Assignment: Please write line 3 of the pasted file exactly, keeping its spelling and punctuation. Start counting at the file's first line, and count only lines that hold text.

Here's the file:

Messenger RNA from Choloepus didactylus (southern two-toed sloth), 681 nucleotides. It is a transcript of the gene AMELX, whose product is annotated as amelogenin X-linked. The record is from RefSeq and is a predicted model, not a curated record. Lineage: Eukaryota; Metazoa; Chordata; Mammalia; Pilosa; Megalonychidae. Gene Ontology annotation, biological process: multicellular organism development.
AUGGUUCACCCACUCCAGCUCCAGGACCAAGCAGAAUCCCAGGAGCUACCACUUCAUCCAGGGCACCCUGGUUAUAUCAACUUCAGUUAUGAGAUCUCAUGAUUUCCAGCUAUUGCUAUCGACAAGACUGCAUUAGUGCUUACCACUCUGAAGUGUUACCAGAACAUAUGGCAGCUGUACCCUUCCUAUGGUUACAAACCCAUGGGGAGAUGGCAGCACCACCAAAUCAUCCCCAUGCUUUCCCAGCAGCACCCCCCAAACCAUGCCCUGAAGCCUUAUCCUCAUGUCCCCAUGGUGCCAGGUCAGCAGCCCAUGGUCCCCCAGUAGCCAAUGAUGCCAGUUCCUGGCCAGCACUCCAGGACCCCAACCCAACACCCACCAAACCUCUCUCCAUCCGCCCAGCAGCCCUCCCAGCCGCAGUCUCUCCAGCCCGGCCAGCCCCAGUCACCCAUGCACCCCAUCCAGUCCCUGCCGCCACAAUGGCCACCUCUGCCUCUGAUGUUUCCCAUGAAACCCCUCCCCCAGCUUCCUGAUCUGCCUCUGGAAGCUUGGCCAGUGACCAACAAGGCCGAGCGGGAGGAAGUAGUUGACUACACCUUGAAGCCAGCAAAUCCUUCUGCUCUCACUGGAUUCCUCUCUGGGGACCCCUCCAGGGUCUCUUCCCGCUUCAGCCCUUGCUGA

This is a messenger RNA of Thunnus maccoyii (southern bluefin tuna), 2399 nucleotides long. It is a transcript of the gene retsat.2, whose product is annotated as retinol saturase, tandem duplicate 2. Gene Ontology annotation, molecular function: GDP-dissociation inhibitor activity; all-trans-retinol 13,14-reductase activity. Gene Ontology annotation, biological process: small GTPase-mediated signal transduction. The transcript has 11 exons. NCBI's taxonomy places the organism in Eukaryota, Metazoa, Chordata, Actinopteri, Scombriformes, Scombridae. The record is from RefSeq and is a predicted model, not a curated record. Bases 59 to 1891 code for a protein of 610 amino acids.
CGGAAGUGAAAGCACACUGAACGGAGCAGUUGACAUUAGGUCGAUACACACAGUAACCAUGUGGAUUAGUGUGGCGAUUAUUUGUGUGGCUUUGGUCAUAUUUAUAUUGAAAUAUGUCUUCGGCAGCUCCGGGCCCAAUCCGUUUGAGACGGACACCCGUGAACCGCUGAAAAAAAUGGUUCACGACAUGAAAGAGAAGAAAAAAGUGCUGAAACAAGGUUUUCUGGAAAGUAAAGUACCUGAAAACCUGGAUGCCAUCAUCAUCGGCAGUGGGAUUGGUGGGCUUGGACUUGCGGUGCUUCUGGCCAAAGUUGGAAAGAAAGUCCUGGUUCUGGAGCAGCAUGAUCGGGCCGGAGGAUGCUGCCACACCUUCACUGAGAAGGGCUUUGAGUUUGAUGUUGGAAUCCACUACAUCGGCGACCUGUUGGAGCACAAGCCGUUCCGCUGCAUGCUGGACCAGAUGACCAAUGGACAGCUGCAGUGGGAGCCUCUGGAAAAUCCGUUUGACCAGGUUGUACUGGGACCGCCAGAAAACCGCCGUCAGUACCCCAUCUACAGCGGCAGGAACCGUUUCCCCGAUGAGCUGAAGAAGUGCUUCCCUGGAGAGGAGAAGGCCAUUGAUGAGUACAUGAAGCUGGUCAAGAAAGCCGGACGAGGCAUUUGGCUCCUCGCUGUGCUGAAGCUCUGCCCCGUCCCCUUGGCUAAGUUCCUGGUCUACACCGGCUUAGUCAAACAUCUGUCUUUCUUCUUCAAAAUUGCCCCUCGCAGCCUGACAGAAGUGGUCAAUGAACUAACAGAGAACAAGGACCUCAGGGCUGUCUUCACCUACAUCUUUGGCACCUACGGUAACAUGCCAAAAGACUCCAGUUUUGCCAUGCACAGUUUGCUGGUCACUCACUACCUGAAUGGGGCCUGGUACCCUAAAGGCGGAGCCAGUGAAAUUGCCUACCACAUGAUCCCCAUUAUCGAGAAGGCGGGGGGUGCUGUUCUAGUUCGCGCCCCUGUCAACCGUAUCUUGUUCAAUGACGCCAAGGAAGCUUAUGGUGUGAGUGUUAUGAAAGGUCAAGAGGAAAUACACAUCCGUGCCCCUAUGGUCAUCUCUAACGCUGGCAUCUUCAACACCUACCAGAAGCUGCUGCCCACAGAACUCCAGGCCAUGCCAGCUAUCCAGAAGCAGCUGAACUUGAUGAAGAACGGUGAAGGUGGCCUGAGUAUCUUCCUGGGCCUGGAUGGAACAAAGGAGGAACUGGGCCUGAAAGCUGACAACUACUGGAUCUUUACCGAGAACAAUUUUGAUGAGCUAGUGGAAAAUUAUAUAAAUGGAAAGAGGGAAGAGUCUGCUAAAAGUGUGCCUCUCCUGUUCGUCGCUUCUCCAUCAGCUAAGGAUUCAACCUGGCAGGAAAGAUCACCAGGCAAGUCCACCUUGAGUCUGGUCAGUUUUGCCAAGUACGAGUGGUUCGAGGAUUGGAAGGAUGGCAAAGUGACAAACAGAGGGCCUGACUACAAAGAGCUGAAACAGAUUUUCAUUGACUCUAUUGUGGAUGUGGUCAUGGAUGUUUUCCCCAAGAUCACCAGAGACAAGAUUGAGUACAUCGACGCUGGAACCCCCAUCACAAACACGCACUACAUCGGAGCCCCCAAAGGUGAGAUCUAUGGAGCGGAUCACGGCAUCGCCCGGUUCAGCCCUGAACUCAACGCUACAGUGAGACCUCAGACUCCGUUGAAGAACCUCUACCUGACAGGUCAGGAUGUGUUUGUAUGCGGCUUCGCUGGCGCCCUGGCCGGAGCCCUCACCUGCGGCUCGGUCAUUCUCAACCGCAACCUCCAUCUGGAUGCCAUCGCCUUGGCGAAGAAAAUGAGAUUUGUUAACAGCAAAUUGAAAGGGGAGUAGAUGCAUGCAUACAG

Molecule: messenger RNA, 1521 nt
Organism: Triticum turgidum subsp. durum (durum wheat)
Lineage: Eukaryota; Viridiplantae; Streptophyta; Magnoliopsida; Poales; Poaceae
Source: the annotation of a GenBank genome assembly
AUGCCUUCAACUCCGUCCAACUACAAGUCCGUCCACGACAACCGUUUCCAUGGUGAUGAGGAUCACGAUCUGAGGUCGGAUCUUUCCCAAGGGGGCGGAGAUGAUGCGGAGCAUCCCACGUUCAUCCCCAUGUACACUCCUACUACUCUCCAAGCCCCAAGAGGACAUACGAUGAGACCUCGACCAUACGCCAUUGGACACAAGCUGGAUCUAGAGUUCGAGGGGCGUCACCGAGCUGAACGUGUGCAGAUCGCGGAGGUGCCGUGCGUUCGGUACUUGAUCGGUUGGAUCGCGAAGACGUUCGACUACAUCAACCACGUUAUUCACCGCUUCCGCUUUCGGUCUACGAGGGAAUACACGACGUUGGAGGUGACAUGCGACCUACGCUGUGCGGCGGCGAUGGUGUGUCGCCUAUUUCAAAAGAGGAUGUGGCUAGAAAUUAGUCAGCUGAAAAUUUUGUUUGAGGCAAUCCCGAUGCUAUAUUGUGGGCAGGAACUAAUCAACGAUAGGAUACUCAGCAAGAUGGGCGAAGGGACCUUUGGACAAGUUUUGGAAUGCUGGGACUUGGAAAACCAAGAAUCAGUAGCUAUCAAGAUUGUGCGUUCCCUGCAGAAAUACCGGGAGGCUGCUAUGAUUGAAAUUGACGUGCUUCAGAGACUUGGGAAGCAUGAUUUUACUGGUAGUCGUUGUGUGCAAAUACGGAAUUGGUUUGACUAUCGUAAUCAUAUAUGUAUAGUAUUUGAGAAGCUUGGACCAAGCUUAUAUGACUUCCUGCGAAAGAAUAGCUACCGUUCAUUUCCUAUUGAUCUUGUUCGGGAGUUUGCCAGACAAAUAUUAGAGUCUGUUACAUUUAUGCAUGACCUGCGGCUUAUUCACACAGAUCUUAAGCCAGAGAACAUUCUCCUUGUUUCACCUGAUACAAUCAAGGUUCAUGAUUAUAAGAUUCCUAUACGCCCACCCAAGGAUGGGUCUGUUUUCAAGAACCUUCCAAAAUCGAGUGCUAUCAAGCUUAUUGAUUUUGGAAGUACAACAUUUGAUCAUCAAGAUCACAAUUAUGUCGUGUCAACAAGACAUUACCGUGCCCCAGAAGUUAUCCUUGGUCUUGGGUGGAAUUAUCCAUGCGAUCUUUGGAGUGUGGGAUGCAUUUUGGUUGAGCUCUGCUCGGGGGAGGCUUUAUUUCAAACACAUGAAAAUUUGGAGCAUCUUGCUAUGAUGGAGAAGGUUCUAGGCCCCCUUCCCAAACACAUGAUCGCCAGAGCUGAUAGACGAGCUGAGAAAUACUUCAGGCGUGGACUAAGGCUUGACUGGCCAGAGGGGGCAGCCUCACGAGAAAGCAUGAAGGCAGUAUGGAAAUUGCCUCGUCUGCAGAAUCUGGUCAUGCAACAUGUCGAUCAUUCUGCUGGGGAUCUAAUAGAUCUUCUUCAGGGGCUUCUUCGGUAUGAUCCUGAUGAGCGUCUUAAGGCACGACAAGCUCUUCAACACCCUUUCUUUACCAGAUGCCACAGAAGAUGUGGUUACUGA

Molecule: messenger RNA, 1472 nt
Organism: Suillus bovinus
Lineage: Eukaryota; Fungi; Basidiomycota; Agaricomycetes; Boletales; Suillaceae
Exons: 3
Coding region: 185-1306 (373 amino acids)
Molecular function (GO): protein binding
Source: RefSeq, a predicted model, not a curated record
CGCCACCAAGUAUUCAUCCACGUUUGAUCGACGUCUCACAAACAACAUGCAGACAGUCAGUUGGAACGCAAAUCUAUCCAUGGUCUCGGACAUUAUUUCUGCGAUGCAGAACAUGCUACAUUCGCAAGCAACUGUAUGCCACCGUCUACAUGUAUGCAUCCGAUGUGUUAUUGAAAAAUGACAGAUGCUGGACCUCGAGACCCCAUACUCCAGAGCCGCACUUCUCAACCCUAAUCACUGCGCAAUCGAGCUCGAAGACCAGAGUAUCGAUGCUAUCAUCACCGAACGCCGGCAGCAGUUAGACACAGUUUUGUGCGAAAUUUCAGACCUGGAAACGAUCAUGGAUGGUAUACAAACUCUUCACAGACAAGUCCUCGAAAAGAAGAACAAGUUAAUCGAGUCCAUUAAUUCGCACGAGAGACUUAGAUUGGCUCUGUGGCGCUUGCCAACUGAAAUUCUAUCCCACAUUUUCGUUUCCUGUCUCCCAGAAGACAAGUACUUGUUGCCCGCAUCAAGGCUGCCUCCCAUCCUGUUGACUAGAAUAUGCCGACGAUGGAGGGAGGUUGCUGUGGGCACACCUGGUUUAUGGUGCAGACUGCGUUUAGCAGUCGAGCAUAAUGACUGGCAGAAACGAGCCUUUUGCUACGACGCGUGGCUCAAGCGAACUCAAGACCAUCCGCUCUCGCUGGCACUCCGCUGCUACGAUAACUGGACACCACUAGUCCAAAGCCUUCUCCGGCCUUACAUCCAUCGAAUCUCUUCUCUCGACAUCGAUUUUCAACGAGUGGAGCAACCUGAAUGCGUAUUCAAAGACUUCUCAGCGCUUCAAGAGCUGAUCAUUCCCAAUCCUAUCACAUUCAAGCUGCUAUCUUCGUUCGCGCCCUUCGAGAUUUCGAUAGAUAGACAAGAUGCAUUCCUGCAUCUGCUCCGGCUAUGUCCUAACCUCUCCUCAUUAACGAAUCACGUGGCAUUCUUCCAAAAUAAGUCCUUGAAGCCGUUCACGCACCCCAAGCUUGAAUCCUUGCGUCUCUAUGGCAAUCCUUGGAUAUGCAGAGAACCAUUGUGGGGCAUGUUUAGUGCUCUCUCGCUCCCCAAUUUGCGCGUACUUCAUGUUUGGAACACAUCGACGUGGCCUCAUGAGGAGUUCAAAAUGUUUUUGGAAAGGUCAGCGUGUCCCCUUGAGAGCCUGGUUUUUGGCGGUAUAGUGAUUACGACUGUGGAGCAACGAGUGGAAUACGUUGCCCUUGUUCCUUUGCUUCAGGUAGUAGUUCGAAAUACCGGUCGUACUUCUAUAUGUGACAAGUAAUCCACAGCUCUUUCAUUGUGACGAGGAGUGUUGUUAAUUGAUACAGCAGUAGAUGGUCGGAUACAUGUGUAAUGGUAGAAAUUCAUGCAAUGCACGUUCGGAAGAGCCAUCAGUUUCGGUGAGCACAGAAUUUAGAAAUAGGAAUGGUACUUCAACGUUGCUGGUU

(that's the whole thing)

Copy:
This is a messenger RNA of Thunnus maccoyii (southern bluefin tuna), 2399 nucleotides long. It is a transcript of the gene retsat.2, whose product is annotated as retinol saturase, tandem duplicate 2. Gene Ontology annotation, molecular function: GDP-dissociation inhibitor activity; all-trans-retinol 13,14-reductase activity. Gene Ontology annotation, biological process: small GTPase-mediated signal transduction. The transcript has 11 exons. NCBI's taxonomy places the organism in Eukaryota, Metazoa, Chordata, Actinopteri, Scombriformes, Scombridae. The record is from RefSeq and is a predicted model, not a curated record. Bases 59 to 1891 code for a protein of 610 amino acids.